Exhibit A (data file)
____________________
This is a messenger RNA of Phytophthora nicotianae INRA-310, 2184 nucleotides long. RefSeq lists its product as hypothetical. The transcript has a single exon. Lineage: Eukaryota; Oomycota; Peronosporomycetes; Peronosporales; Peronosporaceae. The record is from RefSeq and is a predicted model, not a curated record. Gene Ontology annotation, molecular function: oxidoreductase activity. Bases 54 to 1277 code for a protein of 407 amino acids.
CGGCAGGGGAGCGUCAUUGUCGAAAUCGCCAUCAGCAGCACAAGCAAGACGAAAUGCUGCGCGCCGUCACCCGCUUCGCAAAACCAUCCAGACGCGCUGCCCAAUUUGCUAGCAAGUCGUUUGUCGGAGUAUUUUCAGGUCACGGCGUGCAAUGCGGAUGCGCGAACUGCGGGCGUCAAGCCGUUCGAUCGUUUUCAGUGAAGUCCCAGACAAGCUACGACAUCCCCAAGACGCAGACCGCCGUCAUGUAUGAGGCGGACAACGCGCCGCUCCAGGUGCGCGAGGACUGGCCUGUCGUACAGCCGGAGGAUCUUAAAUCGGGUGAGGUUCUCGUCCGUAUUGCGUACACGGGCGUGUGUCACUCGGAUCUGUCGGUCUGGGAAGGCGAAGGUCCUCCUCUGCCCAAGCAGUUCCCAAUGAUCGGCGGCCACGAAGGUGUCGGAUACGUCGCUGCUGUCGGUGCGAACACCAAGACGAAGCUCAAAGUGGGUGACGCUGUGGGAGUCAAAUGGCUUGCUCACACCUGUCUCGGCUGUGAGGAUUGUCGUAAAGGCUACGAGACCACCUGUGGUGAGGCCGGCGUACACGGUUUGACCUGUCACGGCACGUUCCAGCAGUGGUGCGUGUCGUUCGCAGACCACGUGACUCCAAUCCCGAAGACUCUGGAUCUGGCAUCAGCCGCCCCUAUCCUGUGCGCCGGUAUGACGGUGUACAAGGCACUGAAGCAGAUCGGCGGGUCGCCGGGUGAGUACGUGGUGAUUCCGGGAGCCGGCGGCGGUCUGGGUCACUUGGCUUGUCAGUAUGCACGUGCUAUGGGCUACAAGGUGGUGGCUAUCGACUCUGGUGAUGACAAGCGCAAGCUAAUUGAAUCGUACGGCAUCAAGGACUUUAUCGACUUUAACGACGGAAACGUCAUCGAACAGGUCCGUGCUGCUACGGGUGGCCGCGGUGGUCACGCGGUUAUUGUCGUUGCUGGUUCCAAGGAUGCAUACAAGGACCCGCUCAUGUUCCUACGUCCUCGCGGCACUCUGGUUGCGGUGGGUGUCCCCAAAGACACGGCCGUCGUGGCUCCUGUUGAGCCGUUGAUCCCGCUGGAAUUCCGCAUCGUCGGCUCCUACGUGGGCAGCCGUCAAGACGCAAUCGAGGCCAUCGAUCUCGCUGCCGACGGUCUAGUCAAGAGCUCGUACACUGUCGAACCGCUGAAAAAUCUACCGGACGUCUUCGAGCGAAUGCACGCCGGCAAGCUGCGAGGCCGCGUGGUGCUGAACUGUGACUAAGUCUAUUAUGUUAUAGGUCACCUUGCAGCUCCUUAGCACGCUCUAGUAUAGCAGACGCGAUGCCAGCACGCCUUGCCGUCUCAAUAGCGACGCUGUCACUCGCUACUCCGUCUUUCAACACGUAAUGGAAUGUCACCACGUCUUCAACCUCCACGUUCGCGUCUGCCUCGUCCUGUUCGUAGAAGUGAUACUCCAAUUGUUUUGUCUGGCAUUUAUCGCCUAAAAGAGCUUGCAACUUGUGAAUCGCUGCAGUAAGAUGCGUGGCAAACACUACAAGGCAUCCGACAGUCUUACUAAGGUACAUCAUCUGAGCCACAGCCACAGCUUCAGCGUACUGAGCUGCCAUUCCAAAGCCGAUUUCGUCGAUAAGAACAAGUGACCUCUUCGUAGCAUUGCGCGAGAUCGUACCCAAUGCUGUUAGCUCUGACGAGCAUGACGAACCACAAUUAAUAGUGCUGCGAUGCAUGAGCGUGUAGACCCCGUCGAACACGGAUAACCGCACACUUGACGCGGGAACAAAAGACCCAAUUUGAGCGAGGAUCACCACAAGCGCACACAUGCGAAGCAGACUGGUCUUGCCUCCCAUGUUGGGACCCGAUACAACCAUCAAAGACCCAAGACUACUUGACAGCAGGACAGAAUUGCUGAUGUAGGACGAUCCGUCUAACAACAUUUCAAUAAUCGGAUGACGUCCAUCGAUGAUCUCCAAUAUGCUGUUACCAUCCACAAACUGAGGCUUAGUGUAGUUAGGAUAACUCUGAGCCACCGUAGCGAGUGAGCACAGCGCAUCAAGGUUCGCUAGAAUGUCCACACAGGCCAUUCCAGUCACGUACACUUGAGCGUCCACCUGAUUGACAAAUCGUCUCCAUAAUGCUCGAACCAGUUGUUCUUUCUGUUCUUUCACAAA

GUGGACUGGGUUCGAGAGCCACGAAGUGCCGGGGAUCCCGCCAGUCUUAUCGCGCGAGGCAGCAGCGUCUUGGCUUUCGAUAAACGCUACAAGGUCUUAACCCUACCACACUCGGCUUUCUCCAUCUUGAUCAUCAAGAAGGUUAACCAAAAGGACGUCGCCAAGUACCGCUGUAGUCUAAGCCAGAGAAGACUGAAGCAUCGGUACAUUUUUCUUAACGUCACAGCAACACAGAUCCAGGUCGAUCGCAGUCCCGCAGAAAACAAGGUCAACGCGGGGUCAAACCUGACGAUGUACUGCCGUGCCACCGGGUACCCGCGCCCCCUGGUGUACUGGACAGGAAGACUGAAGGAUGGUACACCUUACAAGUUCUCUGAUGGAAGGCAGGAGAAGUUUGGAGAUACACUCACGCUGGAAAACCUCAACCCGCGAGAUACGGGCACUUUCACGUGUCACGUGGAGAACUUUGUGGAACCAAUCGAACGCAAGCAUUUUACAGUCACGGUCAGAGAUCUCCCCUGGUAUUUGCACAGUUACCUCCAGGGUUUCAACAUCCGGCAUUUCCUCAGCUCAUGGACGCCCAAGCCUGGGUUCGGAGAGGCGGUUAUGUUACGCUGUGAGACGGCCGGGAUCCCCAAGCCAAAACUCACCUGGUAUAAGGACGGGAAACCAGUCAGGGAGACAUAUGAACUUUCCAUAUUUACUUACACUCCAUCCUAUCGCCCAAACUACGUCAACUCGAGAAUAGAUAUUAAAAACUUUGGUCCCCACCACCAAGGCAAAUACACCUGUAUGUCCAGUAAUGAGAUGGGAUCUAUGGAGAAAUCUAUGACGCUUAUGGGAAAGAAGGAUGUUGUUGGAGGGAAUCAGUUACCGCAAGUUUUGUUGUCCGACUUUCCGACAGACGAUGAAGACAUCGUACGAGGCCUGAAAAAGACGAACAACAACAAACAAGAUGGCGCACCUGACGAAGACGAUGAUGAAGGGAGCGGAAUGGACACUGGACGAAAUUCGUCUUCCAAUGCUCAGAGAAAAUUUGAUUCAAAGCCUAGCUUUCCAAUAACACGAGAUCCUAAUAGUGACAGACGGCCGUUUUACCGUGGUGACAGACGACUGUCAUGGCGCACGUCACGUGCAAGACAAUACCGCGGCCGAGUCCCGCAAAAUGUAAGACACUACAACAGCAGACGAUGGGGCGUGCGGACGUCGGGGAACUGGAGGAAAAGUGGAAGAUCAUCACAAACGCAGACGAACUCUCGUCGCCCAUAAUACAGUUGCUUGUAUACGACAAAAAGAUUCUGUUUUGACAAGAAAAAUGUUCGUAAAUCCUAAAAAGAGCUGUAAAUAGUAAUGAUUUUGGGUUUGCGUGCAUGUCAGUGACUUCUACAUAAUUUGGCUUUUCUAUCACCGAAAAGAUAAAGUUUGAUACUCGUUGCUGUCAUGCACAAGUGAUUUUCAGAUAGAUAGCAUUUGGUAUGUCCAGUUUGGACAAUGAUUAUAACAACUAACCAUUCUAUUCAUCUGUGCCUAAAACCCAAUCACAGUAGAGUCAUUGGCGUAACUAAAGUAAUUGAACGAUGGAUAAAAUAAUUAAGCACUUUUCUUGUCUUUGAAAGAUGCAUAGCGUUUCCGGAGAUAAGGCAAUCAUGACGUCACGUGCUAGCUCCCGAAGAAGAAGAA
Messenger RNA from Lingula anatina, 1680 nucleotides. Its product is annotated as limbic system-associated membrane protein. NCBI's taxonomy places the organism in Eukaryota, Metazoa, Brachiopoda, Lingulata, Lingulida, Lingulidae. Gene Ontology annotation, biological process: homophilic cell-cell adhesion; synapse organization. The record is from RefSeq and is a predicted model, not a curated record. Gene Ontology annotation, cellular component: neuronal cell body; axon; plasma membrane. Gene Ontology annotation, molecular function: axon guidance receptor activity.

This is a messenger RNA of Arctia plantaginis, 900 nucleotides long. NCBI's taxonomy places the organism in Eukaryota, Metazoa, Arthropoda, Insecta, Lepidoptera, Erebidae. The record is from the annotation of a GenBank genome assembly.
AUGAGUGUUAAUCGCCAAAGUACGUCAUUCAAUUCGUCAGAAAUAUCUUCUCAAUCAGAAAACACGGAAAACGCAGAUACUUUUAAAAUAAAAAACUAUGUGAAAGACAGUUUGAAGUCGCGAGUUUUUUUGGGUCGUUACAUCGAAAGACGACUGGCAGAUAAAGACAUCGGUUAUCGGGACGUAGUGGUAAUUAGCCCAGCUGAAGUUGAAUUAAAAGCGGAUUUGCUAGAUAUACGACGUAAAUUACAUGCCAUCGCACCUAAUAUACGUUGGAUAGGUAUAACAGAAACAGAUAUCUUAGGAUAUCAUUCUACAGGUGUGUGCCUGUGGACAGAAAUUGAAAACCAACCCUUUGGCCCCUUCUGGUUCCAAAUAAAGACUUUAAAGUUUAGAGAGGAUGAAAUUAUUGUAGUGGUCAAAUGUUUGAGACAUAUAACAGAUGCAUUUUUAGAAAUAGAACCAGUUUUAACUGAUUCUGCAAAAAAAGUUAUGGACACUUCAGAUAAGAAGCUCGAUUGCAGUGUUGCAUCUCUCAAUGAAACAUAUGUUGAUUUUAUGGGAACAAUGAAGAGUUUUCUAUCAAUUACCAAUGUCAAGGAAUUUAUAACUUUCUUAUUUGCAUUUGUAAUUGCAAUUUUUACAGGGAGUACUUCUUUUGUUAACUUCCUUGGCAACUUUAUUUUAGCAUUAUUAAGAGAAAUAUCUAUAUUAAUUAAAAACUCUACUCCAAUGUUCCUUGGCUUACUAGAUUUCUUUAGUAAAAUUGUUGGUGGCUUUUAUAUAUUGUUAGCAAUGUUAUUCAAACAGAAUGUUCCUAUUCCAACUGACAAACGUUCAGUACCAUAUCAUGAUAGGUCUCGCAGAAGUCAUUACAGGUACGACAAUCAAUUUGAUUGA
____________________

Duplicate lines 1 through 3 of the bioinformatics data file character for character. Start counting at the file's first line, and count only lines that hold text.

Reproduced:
This is a messenger RNA of Phytophthora nicotianae INRA-310, 2184 nucleotides long. RefSeq lists its product as hypothetical. The transcript has a single exon. Lineage: Eukaryota; Oomycota; Peronosporomycetes; Peronosporales; Peronosporaceae. The record is from RefSeq and is a predicted model, not a curated record. Gene Ontology annotation, molecular function: oxidoreductase activity. Bases 54 to 1277 code for a protein of 407 amino acids.
CGGCAGGGGAGCGUCAUUGUCGAAAUCGCCAUCAGCAGCACAAGCAAGACGAAAUGCUGCGCGCCGUCACCCGCUUCGCAAAACCAUCCAGACGCGCUGCCCAAUUUGCUAGCAAGUCGUUUGUCGGAGUAUUUUCAGGUCACGGCGUGCAAUGCGGAUGCGCGAACUGCGGGCGUCAAGCCGUUCGAUCGUUUUCAGUGAAGUCCCAGACAAGCUACGACAUCCCCAAGACGCAGACCGCCGUCAUGUAUGAGGCGGACAACGCGCCGCUCCAGGUGCGCGAGGACUGGCCUGUCGUACAGCCGGAGGAUCUUAAAUCGGGUGAGGUUCUCGUCCGUAUUGCGUACACGGGCGUGUGUCACUCGGAUCUGUCGGUCUGGGAAGGCGAAGGUCCUCCUCUGCCCAAGCAGUUCCCAAUGAUCGGCGGCCACGAAGGUGUCGGAUACGUCGCUGCUGUCGGUGCGAACACCAAGACGAAGCUCAAAGUGGGUGACGCUGUGGGAGUCAAAUGGCUUGCUCACACCUGUCUCGGCUGUGAGGAUUGUCGUAAAGGCUACGAGACCACCUGUGGUGAGGCCGGCGUACACGGUUUGACCUGUCACGGCACGUUCCAGCAGUGGUGCGUGUCGUUCGCAGACCACGUGACUCCAAUCCCGAAGACUCUGGAUCUGGCAUCAGCCGCCCCUAUCCUGUGCGCCGGUAUGACGGUGUACAAGGCACUGAAGCAGAUCGGCGGGUCGCCGGGUGAGUACGUGGUGAUUCCGGGAGCCGGCGGCGGUCUGGGUCACUUGGCUUGUCAGUAUGCACGUGCUAUGGGCUACAAGGUGGUGGCUAUCGACUCUGGUGAUGACAAGCGCAAGCUAAUUGAAUCGUACGGCAUCAAGGACUUUAUCGACUUUAACGACGGAAACGUCAUCGAACAGGUCCGUGCUGCUACGGGUGGCCGCGGUGGUCACGCGGUUAUUGUCGUUGCUGGUUCCAAGGAUGCAUACAAGGACCCGCUCAUGUUCCUACGUCCUCGCGGCACUCUGGUUGCGGUGGGUGUCCCCAAAGACACGGCCGUCGUGGCUCCUGUUGAGCCGUUGAUCCCGCUGGAAUUCCGCAUCGUCGGCUCCUACGUGGGCAGCCGUCAAGACGCAAUCGAGGCCAUCGAUCUCGCUGCCGACGGUCUAGUCAAGAGCUCGUACACUGUCGAACCGCUGAAAAAUCUACCGGACGUCUUCGAGCGAAUGCACGCCGGCAAGCUGCGAGGCCGCGUGGUGCUGAACUGUGACUAAGUCUAUUAUGUUAUAGGUCACCUUGCAGCUCCUUAGCACGCUCUAGUAUAGCAGACGCGAUGCCAGCACGCCUUGCCGUCUCAAUAGCGACGCUGUCACUCGCUACUCCGUCUUUCAACACGUAAUGGAAUGUCACCACGUCUUCAACCUCCACGUUCGCGUCUGCCUCGUCCUGUUCGUAGAAGUGAUACUCCAAUUGUUUUGUCUGGCAUUUAUCGCCUAAAAGAGCUUGCAACUUGUGAAUCGCUGCAGUAAGAUGCGUGGCAAACACUACAAGGCAUCCGACAGUCUUACUAAGGUACAUCAUCUGAGCCACAGCCACAGCUUCAGCGUACUGAGCUGCCAUUCCAAAGCCGAUUUCGUCGAUAAGAACAAGUGACCUCUUCGUAGCAUUGCGCGAGAUCGUACCCAAUGCUGUUAGCUCUGACGAGCAUGACGAACCACAAUUAAUAGUGCUGCGAUGCAUGAGCGUGUAGACCCCGUCGAACACGGAUAACCGCACACUUGACGCGGGAACAAAAGACCCAAUUUGAGCGAGGAUCACCACAAGCGCACACAUGCGAAGCAGACUGGUCUUGCCUCCCAUGUUGGGACCCGAUACAACCAUCAAAGACCCAAGACUACUUGACAGCAGGACAGAAUUGCUGAUGUAGGACGAUCCGUCUAACAACAUUUCAAUAAUCGGAUGACGUCCAUCGAUGAUCUCCAAUAUGCUGUUACCAUCCACAAACUGAGGCUUAGUGUAGUUAGGAUAACUCUGAGCCACCGUAGCGAGUGAGCACAGCGCAUCAAGGUUCGCUAGAAUGUCCACACAGGCCAUUCCAGUCACGUACACUUGAGCGUCCACCUGAUUGACAAAUCGUCUCCAUAAUGCUCGAACCAGUUGUUCUUUCUGUUCUUUCACAAA

GUGGACUGGGUUCGAGAGCCACGAAGUGCCGGGGAUCCCGCCAGUCUUAUCGCGCGAGGCAGCAGCGUCUUGGCUUUCGAUAAACGCUACAAGGUCUUAACCCUACCACACUCGGCUUUCUCCAUCUUGAUCAUCAAGAAGGUUAACCAAAAGGACGUCGCCAAGUACCGCUGUAGUCUAAGCCAGAGAAGACUGAAGCAUCGGUACAUUUUUCUUAACGUCACAGCAACACAGAUCCAGGUCGAUCGCAGUCCCGCAGAAAACAAGGUCAACGCGGGGUCAAACCUGACGAUGUACUGCCGUGCCACCGGGUACCCGCGCCCCCUGGUGUACUGGACAGGAAGACUGAAGGAUGGUACACCUUACAAGUUCUCUGAUGGAAGGCAGGAGAAGUUUGGAGAUACACUCACGCUGGAAAACCUCAACCCGCGAGAUACGGGCACUUUCACGUGUCACGUGGAGAACUUUGUGGAACCAAUCGAACGCAAGCAUUUUACAGUCACGGUCAGAGAUCUCCCCUGGUAUUUGCACAGUUACCUCCAGGGUUUCAACAUCCGGCAUUUCCUCAGCUCAUGGACGCCCAAGCCUGGGUUCGGAGAGGCGGUUAUGUUACGCUGUGAGACGGCCGGGAUCCCCAAGCCAAAACUCACCUGGUAUAAGGACGGGAAACCAGUCAGGGAGACAUAUGAACUUUCCAUAUUUACUUACACUCCAUCCUAUCGCCCAAACUACGUCAACUCGAGAAUAGAUAUUAAAAACUUUGGUCCCCACCACCAAGGCAAAUACACCUGUAUGUCCAGUAAUGAGAUGGGAUCUAUGGAGAAAUCUAUGACGCUUAUGGGAAAGAAGGAUGUUGUUGGAGGGAAUCAGUUACCGCAAGUUUUGUUGUCCGACUUUCCGACAGACGAUGAAGACAUCGUACGAGGCCUGAAAAAGACGAACAACAACAAACAAGAUGGCGCACCUGACGAAGACGAUGAUGAAGGGAGCGGAAUGGACACUGGACGAAAUUCGUCUUCCAAUGCUCAGAGAAAAUUUGAUUCAAAGCCUAGCUUUCCAAUAACACGAGAUCCUAAUAGUGACAGACGGCCGUUUUACCGUGGUGACAGACGACUGUCAUGGCGCACGUCACGUGCAAGACAAUACCGCGGCCGAGUCCCGCAAAAUGUAAGACACUACAACAGCAGACGAUGGGGCGUGCGGACGUCGGGGAACUGGAGGAAAAGUGGAAGAUCAUCACAAACGCAGACGAACUCUCGUCGCCCAUAAUACAGUUGCUUGUAUACGACAAAAAGAUUCUGUUUUGACAAGAAAAAUGUUCGUAAAUCCUAAAAAGAGCUGUAAAUAGUAAUGAUUUUGGGUUUGCGUGCAUGUCAGUGACUUCUACAUAAUUUGGCUUUUCUAUCACCGAAAAGAUAAAGUUUGAUACUCGUUGCUGUCAUGCACAAGUGAUUUUCAGAUAGAUAGCAUUUGGUAUGUCCAGUUUGGACAAUGAUUAUAACAACUAACCAUUCUAUUCAUCUGUGCCUAAAACCCAAUCACAGUAGAGUCAUUGGCGUAACUAAAGUAAUUGAACGAUGGAUAAAAUAAUUAAGCACUUUUCUUGUCUUUGAAAGAUGCAUAGCGUUUCCGGAGAUAAGGCAAUCAUGACGUCACGUGCUAGCUCCCGAAGAAGAAGAA